The latest weather forecast reports that the winds over the nuclear power plant in Japan have switched directions, and instead of blowing radioactive particles out to sea, the nuclear plume is drifting over Japan. Which is tragic, really. Given that there’s over 5000 miles of ocean between Japan and the United States for radioactive materials to disperse, I’d rather take the fallout this way than see Japan further under siege.
But winds are fickle, and the battle to contain the nuclear crisis at the earthquake-damaged Fukushima Daiichi nuclear power plant still rages.
You already know how I feel about stockpiling iodide pills (DON’T). And I gave you the 11 reasons why US left-coasters shouldn’t freak out about radiation in Japan (namely, we’re safe right now). But I have yet to put on my white coat and fill you in on what you should know about nuclear radiation and how it affects our bodies.
So here goes. Are you listening there in the back (Bueller…Bueller)? Where’s my chalkboard? Now keep in mind that I nearly had a mental meltdown trying to keep my grades up in my pre-med physics classes at Duke. This is not your friendly neighborhood nuclear physicist’s lecture. So we’ll keep this real simple.
Radiation 101: The Facts, Just The Facts, Ma’am
Radiation surrounds us all the time. It’s in the air, the ground, our homes, and our food (oddly enough, bananas and brazil nuts clock in as the most radioactive foods). The average human is exposed to about three millisieverts of radiation per year, mostly from cosmic radiation and medical procedures. At these levels, any damage done can be repaired by a healthy body. While this small dose of radiation has not been shown to have any adverse biological effects on humans, higher doses can definitely hurt us.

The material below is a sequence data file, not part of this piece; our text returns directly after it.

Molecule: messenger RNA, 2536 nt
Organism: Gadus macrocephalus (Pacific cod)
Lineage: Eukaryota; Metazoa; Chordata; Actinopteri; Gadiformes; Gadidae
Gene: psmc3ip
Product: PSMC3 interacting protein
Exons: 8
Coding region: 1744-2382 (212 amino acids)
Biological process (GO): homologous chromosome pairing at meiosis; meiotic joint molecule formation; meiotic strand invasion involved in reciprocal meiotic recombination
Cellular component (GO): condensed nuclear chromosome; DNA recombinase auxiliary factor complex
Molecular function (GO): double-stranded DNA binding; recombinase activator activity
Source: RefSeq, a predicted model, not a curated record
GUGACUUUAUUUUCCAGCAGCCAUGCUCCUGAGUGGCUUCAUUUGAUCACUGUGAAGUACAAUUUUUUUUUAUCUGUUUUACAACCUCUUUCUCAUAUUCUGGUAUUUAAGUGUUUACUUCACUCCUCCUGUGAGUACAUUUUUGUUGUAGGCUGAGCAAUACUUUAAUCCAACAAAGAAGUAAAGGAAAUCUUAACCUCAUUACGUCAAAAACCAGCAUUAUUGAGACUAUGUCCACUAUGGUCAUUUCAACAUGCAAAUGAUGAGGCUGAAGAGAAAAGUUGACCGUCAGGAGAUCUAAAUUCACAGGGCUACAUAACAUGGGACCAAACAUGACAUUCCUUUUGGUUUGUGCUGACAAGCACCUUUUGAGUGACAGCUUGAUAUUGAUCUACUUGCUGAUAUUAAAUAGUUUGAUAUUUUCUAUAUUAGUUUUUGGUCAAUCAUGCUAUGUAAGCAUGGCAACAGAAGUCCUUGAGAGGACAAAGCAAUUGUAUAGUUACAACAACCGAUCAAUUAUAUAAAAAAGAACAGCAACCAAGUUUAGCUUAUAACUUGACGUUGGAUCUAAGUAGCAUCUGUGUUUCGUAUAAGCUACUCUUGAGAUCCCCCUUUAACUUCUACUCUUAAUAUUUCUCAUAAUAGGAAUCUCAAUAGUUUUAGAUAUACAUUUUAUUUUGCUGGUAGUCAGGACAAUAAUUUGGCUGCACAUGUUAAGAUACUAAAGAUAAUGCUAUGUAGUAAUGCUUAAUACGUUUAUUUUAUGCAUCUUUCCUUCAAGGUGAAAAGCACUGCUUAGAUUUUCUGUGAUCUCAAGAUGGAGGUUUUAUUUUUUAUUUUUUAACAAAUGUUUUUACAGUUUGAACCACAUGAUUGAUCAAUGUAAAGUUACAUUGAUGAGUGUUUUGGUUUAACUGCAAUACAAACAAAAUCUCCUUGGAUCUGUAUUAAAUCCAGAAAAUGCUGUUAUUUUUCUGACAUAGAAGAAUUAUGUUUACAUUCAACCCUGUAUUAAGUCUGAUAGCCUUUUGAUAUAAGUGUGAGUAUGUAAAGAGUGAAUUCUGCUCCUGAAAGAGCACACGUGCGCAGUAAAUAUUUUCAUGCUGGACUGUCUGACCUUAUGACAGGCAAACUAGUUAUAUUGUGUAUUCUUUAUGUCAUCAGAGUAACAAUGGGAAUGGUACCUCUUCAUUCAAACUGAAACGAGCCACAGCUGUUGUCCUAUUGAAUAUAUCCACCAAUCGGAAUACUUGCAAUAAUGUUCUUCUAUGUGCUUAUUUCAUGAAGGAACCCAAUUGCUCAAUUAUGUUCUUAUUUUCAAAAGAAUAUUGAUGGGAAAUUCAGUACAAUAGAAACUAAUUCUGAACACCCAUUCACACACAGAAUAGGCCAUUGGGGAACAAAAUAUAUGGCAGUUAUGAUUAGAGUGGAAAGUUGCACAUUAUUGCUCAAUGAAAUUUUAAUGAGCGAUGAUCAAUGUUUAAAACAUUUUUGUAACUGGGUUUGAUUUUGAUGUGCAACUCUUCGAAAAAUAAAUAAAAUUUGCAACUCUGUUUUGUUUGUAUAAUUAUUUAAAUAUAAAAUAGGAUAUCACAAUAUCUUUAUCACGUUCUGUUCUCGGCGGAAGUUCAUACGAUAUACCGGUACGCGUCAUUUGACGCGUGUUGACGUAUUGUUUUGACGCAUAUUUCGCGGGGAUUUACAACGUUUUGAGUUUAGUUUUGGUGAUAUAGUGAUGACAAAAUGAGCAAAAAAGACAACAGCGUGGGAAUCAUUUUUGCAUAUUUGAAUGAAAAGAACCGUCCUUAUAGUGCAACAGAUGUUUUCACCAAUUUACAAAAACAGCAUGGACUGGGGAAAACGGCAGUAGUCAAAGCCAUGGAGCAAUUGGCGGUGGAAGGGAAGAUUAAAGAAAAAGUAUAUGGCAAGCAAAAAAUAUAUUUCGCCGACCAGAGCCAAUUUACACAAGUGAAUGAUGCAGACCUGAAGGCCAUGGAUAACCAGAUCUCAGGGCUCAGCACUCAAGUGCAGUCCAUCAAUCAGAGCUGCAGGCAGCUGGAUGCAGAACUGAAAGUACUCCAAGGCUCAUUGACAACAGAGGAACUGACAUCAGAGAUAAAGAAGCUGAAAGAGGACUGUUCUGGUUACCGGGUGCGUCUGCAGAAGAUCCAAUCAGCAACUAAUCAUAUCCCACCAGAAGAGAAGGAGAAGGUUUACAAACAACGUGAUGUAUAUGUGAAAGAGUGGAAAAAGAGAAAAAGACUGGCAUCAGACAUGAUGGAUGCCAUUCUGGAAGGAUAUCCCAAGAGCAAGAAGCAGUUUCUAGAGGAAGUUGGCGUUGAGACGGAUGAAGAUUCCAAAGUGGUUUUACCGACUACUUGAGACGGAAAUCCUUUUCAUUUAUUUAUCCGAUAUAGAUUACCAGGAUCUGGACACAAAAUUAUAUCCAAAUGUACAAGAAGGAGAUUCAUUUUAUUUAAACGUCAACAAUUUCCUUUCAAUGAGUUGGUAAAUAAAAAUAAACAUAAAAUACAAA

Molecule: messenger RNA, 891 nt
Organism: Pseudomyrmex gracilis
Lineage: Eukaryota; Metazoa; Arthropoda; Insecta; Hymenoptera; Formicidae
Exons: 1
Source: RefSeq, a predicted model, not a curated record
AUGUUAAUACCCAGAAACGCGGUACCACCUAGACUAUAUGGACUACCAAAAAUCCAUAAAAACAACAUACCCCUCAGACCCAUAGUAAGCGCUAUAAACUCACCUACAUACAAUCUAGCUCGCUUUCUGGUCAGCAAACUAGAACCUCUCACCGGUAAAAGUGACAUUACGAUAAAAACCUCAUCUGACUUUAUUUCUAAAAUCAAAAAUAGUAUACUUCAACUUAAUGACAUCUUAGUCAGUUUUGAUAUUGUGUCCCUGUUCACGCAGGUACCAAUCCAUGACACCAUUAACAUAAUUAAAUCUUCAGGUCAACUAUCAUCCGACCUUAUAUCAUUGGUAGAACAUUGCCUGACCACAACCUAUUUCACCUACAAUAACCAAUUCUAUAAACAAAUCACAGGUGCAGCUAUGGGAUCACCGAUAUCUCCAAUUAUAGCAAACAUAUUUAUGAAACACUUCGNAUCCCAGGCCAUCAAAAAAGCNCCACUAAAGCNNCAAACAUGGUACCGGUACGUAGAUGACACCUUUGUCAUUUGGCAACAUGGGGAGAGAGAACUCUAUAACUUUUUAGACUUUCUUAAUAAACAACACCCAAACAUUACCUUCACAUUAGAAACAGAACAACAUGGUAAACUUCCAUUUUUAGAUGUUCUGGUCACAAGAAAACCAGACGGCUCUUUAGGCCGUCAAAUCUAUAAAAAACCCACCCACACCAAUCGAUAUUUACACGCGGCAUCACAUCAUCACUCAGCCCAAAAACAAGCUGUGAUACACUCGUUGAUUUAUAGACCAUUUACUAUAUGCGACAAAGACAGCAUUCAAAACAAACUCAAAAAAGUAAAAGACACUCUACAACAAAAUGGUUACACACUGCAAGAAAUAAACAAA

For example, the power plant in Japan has been recorded spewing out up to 800 millisieverts per hour.
So What Happens?
When cells — and what lies within them — get exposed to radiation, components of DNA and critical proteins within the cell get all jazzed up (ionized), meaning that the electrons with our atoms get kicked out, causing the DNA strands to break and the proteins to cramp up (denature).
· Leads to the production of free radicals
· Breaks critical chemical bonds
· Leads to changes in cellular structure within irradiated cells
· Damages vital molecules, such as DNA, RNA, and other regulatory proteins
Because our cells are mostly water, this ionizing radiation breaking H20 down is harmful to free radicals (H+ and OH-). While cells are damaged by free radicals all the time, they normally repair themselves, keeping the body healthy. However, high doses of radiation can damage the cell’s ability to repair itself, and then all hell breaks loose.
This shakes things up all over the body.
Next: How radiation can damage the body